But, O my Lord, one look from Thee
Subdues the disobedient will;
Drives doubt and discontent away,
And Thy rebellious worm is still.

Thou art as ready to forgive
As I am ready to repine;
Thou, therefore, all the praise receive;
Be shame and self-abhorrence mine.

Thursday, October 22, 2009

Together for the Gospel 2010

Just a reminder that the early bird registration discount for Together for the Gospel 2010 ends October 31, 2009. To register (and see hotel options, schedule, speakers, etc.), click here.

Wednesday, October 21, 2009

Reformation Heritage Lectures

Due to health reasons, Dr. James Packer will not be able to deliver the Reformation Heritage Lectures this year at Beeson Divinity School (as previously planned). Instead, Dean Timothy George will be stepping in for this lectureship.

The lectures will be held each day at 11:00am in the Hodges Chapel and are free and open to the public. Dr. George will be lecturing on the following topics:

Tuesday, Oct. 27: "Suddenly Calvin: What the Reformer of Geneva Can Teach Us Today"
Wednesday, Oct. 28: "William Tyndale and the Making of the English Bible"
Thursday, Oct. 29: "1609-2009: The Baptist Story"

For more information, click here.

Tuesday, October 20, 2009

Reflections from the Renewing the Evangelical Mission Conference

You may remember a recent post where I mentioned the "Renewing the Evangelical Mission Conference" at Gordon-Conwell Theological Seminary. Jonathan Leeman provided a sobering reflection from that conference on the 9Marks blog. Here is an excerpt:
I praise God for the faithful academics who trained me in seminary. Yet the best ones were good because they were churchmen first and academics second. Any academic who takes offence at my remarks, I dare say, just might take offense because he or she finds more identity in being an academic than in being a churchman.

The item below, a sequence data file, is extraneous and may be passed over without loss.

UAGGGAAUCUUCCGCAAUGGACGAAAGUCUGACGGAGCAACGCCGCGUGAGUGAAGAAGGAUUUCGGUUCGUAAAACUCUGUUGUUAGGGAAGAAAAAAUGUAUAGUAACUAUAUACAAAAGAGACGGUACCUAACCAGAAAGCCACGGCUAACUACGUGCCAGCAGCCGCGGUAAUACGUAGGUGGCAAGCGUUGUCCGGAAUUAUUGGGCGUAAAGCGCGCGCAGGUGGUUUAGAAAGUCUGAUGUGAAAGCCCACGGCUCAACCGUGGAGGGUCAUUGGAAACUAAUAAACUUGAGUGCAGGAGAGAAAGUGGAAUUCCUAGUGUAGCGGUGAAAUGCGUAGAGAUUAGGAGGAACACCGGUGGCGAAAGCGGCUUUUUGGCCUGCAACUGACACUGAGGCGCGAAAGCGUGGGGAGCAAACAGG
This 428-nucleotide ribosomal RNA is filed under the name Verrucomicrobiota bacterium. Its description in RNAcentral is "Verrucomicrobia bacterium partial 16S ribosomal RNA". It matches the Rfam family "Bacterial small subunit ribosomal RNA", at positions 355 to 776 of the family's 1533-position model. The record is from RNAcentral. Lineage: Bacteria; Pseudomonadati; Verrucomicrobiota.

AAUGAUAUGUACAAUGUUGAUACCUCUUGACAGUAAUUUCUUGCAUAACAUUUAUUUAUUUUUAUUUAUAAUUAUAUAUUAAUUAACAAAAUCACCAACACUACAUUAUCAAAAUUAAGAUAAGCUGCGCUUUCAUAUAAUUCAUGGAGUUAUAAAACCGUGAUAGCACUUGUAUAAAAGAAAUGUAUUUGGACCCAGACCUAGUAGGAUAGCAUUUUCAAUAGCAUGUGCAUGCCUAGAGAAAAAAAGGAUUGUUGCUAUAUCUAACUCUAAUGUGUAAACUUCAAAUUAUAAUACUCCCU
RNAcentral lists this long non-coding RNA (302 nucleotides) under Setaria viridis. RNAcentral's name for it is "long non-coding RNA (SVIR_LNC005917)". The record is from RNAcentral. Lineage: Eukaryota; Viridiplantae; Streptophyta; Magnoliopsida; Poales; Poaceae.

Click here to read the whole thing.

The First Two Questions of the Heidelberg Catechism

As I visited with a dear saint on her deathbed this week and then prepared for her funeral over the weekend, I could not help but be reminded of the first two questions of the Heidelberg Catechism. This catechism (first published in 1536) is probably the most influential and widely accepted of the catechisms published during the Reformation time period.
1. Q. What is your only comfort in life and death?

A. That I am not my own, but belong with body and soul, both in life and in death, to my faithful Savior Jesus Christ. He has fully paid for all my sins with His precious blood, and has set me free from all the power of the devil. He also preserves me in such a way that without the will of my heavenly Father not a hair can fall from my head; indeed, all things must work together for my salvation. Therefore, by His Holy Spirit He also assures me of eternal life and makes me heartily willing and ready from now on to live for Him.

2. Q. What do you need to know in order to live and die in the joy of this comfort?

A. First, how great my sins and misery are; second, how I am delivered from all my sins and misery; third, how I am to be thankful to God for such deliverance.

Oh, that more Christians would learn these great truths!

Monday, October 19, 2009